Rodriguez hurt his leg April 20 in Baltimore and missed three games last week before returning for a four-game series at Cleveland. But he was removed for a pinch hitter in the eighth inning of Monday night's 5-2 win over the Indians and said he felt a "pull" while running the bases.
"It's painful to see that lineup without me in the cleanup spot and helping my team win every day," Rodriguez said.
The three-time MVP was relieved, however, after a frightening trip to the hospital Tuesday. After spending about three hours getting an MRI exam he thought was going to take about 40 minutes, Rodriguez was told by a technician he could miss the rest of the season.
The stunned third baseman questioned the prognosis for a minute before driving back to Yankee Stadium with "my heart in my shoes," he said. His fears were allayed when team doctors looked at the exam revealing a Grade 2 strain and estimated a shorter absence.
"I'm a quick healer, like I said, historically," Rodriguez said. "They are optimistic that hopefully I can play after two weeks."
This is his fifth stint on the DL and first since July 2000 with Seattle, when he had a strained right knee. His last stop on the injured list didn't seem to slow him down too much -- he finished with 41 homers and 132 RBIs in his last season with the Mariners.
Rodriguez, who said he suffered a similar injury in high school, could go for a minor league rehab stint after he is cleared to play.
"My biggest goal coming into the year, every year, is to play 162 (games) and it's very upsetting to be in this situation," said Rodriguez, who is batting .286 with four homers and 11 RBIs in 24 games this season.
A-Rod's absence comes at a difficult time for New York, which is already missing injured catcher Jorge Posada. The Yankees also put starter Phil Hughes on the 15-day disabled list Wednesday night with a strained right oblique muscle.
"It's frustrating but you kind of just got to deal with it," said Hughes, who is 0-4 with a 9.00 ERA in six starts this year. "There's not much else you can do."
Hughes lasted just 3 2/3 innings in a 6-4 loss to the Detroit Tigers on Tuesday night. He allowed six runs and eight hits.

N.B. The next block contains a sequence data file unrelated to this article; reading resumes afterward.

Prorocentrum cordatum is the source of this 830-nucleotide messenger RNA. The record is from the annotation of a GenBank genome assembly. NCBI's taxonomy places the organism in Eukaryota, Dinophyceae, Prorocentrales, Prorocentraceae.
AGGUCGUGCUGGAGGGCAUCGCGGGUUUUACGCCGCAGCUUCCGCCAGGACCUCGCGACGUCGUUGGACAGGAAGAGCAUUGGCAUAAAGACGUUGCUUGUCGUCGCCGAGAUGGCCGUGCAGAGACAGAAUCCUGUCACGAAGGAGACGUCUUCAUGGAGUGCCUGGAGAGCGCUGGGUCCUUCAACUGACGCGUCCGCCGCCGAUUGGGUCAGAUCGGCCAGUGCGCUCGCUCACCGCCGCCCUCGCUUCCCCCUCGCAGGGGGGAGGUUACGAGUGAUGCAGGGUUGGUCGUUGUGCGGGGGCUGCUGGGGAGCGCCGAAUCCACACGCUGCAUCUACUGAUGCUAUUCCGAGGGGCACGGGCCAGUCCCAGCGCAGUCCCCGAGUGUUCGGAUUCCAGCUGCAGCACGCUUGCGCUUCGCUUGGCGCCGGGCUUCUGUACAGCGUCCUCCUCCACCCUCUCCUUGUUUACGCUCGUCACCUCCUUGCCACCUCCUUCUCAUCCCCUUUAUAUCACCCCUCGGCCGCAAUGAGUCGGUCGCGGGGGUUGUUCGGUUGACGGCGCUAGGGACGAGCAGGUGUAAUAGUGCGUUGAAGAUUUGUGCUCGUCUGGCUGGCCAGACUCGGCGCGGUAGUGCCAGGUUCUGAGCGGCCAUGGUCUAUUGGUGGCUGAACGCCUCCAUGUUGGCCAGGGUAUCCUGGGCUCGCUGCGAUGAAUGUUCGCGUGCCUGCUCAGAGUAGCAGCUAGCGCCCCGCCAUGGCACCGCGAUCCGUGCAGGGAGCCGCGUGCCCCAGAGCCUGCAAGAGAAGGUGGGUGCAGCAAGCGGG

"We obviously went through a tough time last night and he's struggling so we've had some discussions earlier today and we'll get together and have some further ones," general manager Brian Cashman said earlier Wednesday.
Cashman said he hopes to have a better idea about Posada's ailing throwing shoulder in the next two days.
Posada, placed on the disabled list Monday for the first time in his career, was examined by club physician Dr. Stuart Hershon on Tuesday night and is scheduled to see New York Mets medical director Dr. David Altchek on Thursday. Cincinnati Reds team physician Dr. Timothy Kremchek, a shoulder specialist, also is going to look at scans from Posada's visit to renowned orthopedist Dr. James Andrews in Alabama.
"Once we get all that information I think we'll be able to talk about what we think we're dealing with," Cashman said, "if it's anything different, anything more, something new."
Molina should see much of the time at catcher with Posada out, but manager Joe Girardi was noncommittal about who was going to play third.
"We'll take it day by day," he said. "The one thing that you have to be careful with is you can't make promises. You can't say these 15 games, you're going to play 10, you're going to play five. One guy might get extremely hot."
Wilson Betemit, sidelined with corneal conjunctivitis, also could be in the mix when he rejoins the team. He is scheduled to begin a rehab assignment Thursday with Triple-A Scranton/Wilkes-Barre.
Reliever Brian Bruney, another injured Yankee, has decided to rehab his injured right foot instead of opting for season-ending surgery. The club is hoping to get him back in August.
The Yankees optioned Stewart to Scranton on Wednesday and recalled reliever Chris Britton from their top farm club just one day after they sent him down. They also signed catcher Chad Moeller after designating him for assignment on Friday.
Moeller cleared waivers, declined an assignment to Scranton, then signed a free-agent deal with New York. Reliever Sean Henn was reinstated from a rehab stint and designated for assignment to make room on the 40-man roster.